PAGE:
Next year marks the 150th anniversary of the start of the American Civil War. Many institutions are planning exhibitions, activities, and publications around the events which tore the United States apart between 1861 and 1865. Some organizations have already contacted AAS regarding the possibility of borrowing or reproducing material from our collections. The uptick in such requests has caused me to think about the vast Civil War holdings that fall under the auspices of the Society’s Graphic Arts department.
As one might expect, the Society has outstanding holdings in this area. No, really, I know I say this all the time, but really – they are outstanding. Our broadsides collection includes roster listings, military announcements, and calls for the return of deserters. Our ephemera collections feature decorated Civil War envelopes,
menus from military events, and tickets to fund-raising events and Sanitary Fairs. Many of the broadsides and much of the ephemera can be searched in our online catalog and are included in the American Broadsides and Ephemera product. Portraits of military leaders, regimental groups, and depictions of battle actions and home life can be found in the Lithograph and Engravings collections and political cartoons skewering leaders of both the North and the South are part of the cartoon collection. There is even a separate collection of just Civil War cartoons cut out of a variety of newspapers and periodicals that has an online inventory. Maps of the Southern states showing troop placements and outlining military strategies are housed in the Society’s amazing geographic collections.
And then there are the photographs.
The Civil War was really the first war captured by the camera from start to finish. From Generals to privates, the photographers took pictures of everyone. Some, like Mathew Brady, followed the action and introduced the world to the idea of photojournalism with photographs of the aftermath of fighting. The Society’s carte-de-visite collection was recently sorted to place all regimental photographs together so all the men of the Massachusetts 15th (a Worcester County regiment) are now boxed together. Stereographs of battlefields and military groups, as well as tintypes and large albumen prints are scattered across various photographic holdings, some in geographic classifications, others in historical groups. Let’s not forget the sheet music printed in Richmond, the confederate currency, ballads about campaigns and camp life – the list goes on and on.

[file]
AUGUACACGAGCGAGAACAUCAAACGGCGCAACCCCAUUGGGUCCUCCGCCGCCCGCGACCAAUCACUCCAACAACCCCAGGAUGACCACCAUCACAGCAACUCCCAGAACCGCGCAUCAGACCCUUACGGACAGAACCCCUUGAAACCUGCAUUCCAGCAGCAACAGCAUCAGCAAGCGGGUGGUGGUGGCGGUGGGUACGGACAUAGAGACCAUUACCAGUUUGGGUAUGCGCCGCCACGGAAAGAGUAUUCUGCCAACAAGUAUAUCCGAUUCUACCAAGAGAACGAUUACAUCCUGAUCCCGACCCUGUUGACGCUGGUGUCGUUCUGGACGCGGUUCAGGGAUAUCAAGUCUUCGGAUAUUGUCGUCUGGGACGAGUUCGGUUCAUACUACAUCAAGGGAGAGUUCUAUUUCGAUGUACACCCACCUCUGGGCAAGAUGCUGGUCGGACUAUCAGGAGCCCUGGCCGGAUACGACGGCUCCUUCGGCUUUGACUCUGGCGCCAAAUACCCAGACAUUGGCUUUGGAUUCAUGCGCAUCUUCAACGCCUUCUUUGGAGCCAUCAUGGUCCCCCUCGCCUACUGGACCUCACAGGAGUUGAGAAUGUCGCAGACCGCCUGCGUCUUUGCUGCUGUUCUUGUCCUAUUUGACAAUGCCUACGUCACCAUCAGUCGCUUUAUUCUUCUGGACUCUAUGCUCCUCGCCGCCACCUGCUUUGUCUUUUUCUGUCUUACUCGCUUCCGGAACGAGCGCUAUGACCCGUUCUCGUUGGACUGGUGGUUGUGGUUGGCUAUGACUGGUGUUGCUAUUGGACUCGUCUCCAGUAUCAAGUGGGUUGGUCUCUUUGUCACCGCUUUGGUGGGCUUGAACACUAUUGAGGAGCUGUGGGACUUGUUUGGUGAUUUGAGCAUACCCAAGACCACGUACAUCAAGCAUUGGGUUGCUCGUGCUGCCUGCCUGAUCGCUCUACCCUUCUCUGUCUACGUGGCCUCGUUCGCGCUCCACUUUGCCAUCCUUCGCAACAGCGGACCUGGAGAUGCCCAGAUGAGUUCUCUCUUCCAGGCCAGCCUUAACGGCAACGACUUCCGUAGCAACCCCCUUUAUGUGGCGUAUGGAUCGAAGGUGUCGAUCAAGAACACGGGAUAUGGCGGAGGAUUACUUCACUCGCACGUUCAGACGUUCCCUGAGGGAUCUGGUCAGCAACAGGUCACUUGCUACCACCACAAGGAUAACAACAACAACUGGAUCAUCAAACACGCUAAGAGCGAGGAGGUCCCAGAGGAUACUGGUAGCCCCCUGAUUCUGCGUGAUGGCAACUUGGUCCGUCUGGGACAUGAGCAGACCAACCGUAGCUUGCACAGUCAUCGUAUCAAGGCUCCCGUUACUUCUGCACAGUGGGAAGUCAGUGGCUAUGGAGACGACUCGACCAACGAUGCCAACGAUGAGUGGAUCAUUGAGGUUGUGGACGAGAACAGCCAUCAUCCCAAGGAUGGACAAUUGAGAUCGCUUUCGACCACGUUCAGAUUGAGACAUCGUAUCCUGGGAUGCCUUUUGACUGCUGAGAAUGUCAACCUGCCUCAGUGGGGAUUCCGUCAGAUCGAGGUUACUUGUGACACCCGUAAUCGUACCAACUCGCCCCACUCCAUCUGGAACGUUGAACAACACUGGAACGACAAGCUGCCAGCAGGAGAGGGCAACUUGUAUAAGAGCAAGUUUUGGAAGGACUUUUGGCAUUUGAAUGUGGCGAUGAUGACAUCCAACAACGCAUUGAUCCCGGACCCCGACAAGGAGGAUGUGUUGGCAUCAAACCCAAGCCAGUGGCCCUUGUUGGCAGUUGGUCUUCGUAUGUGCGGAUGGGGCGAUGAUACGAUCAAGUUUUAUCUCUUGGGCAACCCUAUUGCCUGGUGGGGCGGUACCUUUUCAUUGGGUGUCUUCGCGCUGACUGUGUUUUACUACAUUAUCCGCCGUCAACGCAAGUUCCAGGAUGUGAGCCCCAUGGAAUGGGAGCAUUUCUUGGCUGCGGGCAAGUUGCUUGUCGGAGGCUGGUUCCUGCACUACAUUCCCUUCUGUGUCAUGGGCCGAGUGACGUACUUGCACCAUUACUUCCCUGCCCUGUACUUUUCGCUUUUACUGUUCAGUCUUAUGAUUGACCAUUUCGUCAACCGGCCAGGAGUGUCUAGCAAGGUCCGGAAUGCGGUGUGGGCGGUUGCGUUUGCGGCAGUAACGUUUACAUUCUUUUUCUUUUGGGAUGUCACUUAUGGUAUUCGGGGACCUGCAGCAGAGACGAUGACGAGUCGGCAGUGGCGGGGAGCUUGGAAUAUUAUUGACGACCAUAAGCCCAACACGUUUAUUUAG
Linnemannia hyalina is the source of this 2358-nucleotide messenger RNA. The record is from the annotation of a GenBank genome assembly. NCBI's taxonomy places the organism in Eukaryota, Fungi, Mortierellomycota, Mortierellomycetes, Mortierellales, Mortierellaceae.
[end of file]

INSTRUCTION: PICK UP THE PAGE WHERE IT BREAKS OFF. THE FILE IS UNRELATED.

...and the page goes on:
Yes, some of the Society’s wonderful Graphic Arts holdings will be loaned or reproduced over the next four to five years. As you attend exhibitions or commemorative events, keep an eye out for our standard credit line, “Courtesy of the American Antiquarian Society,” on wall labels and in captions. If you yourself are hunting for a Civil War image, you can contact our Rights & Reproduction department. If it was created between 1861 and 1865, chances are pretty darn good that we have it!